As consumers, most of us have the ability to reduce our carbon footprint.
We could, for example, use our (fossil-fuel powered) cars less. Not giving them up totally, but for, say, one or two days a week and using the bus instead.
One thing that is harder to give up, or even to abstain from for short periods, is a smartphone. There’s no bus or bicycle switch equivalent. No phone, and we are out of touch. And our social life falls apart.
What about the things that we eat or drink? Giving up wine or beer occasionally doesn’t really count, because we don’t actually need them every day.
But what about butter? Something many of us spread on our toast and sandwiches every single day. How hard would it be to switch to margarine? Significant savings could be made to our carbon footprint, and in the amount of land and water used in its production. And if complete withdrawal is too much of a gesture for the planet, what about one day a week? Scale that up across the country, and it still amounts to big savings.
The Carbon Trust is behind this scenario. “Experts” you meet in the pub don’t pack enough credibility in their arguments to persuade you one way or another. The trust’s new report, Comparing the Environmental Impact of Flora and Butter, although it appears to promote one particular brand, is based on serious research. (The trust describes itself as “independent experts on carbon reduction and resource efficiency…with a mission to accelerate the move to a sustainable, low carbon economy.”)
The figures are compelling.
The trust says margarine has one tenth of the CO2e (Carbon dioxide equivalent) emissions of butter, one seventh of the land use and half the water use. Methane (25 times more powerful a greenhouse gas than carbon dioxide) accounts for 37.6% of butter’s carbon footprint, while virtually no methane (<1%) is emitted in the production of margarine.
The greenhouse gas (GHG) footprint of butter is 4.7 kilogrammes of CO2e per 500 grammes (kg CO2e/500g). That of Flora Freedom is 0.33 (kg CO2e/500g).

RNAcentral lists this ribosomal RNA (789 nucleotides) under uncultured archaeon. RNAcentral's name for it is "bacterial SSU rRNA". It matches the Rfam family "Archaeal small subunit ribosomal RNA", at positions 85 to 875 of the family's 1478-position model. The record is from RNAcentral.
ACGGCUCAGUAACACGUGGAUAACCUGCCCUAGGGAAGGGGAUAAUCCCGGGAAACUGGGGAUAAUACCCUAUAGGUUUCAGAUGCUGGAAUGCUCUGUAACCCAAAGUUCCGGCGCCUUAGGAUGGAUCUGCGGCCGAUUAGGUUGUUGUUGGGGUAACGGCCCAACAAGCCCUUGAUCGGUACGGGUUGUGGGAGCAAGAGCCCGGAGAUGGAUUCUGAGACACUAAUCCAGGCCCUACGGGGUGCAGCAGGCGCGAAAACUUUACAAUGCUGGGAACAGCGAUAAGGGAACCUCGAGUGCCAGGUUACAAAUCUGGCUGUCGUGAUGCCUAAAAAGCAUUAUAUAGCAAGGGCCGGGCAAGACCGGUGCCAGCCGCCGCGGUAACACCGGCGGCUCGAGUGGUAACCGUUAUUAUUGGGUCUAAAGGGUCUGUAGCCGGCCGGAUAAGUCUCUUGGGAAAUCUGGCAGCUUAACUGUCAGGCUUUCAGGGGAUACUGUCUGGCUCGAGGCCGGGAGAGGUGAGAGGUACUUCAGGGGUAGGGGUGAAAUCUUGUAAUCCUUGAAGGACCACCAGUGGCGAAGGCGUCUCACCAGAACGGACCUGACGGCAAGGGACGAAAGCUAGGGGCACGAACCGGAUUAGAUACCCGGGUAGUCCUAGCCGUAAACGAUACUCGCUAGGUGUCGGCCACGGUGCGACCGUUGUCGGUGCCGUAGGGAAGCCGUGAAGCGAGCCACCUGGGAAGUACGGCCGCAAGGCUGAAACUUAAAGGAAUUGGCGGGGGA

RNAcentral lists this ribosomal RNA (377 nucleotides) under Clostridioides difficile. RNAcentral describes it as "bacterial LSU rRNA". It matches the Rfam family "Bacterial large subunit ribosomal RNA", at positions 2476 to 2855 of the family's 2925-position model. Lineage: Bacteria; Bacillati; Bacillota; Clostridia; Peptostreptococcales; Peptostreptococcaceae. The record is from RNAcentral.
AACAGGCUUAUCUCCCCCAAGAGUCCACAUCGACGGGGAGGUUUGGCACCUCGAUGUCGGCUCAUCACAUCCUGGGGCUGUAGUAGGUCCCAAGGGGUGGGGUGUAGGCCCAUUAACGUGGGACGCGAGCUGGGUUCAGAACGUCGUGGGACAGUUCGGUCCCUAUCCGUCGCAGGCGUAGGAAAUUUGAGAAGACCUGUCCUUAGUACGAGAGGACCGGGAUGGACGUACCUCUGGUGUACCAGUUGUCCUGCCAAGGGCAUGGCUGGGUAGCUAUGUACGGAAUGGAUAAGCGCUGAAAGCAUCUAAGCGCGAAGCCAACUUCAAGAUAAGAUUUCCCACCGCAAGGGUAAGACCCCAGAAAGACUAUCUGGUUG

Generic margarine is 0.48. Even spreadable butter is 3.11.
It is the same with water use. Butter uses 1572 litres per 500 grammes (lt/500g); Flora Freedom uses 659 l. The land footprint (bear in mind the obvious fact that butter comes from cows, and margarine in large part from fields of oil seed) is 8.5 square metres per 500 grammes (m2/500g) for butter; 1.02 m2/500g for Flora Freedom. Big savings apply too to (also quoted in the report) Flora Original (Core) and “Margarine (generic)”, but the most significant savings are made with Flora Freedom.
Under all headings spreadable butter is lighter on the environment than real butter, but still makes a significantly bigger impact than margarine.
Looking at the “total annual UK sustainability impacts” of spreads, the report states that the butter and margarine we currently consume has an annual greenhouse gas footprint of 1.4 million tonnes of CO2 (t CO2e).
If we give up butter once once a week, that would come down to 1.2 million t CO2e, a saving of 165,700 tonnes. Water and land use would fall too, with savings respectively of 32.4 m litres and 276.6 square kilometres (km2).
If the average household gave up butter one day a week, its carbon footprint for spreads would come down from 74 to 66 kg of CO2e. If they gave up butter altogether in favour of Flora Freedom, it would come down from 74 kg to 18 kg. The land footprint taken up in the production of butter and margarine would come down from 124 m² to 49 m².
One word of caution. The dairy industry is committed to reducing its environmental impact by 2025, by which time dairy production will be more efficient. However even when these changes are factored in, margarine still comes in as far less demanding in terms of land and water use and in greenhouse gas emissions compared with butter.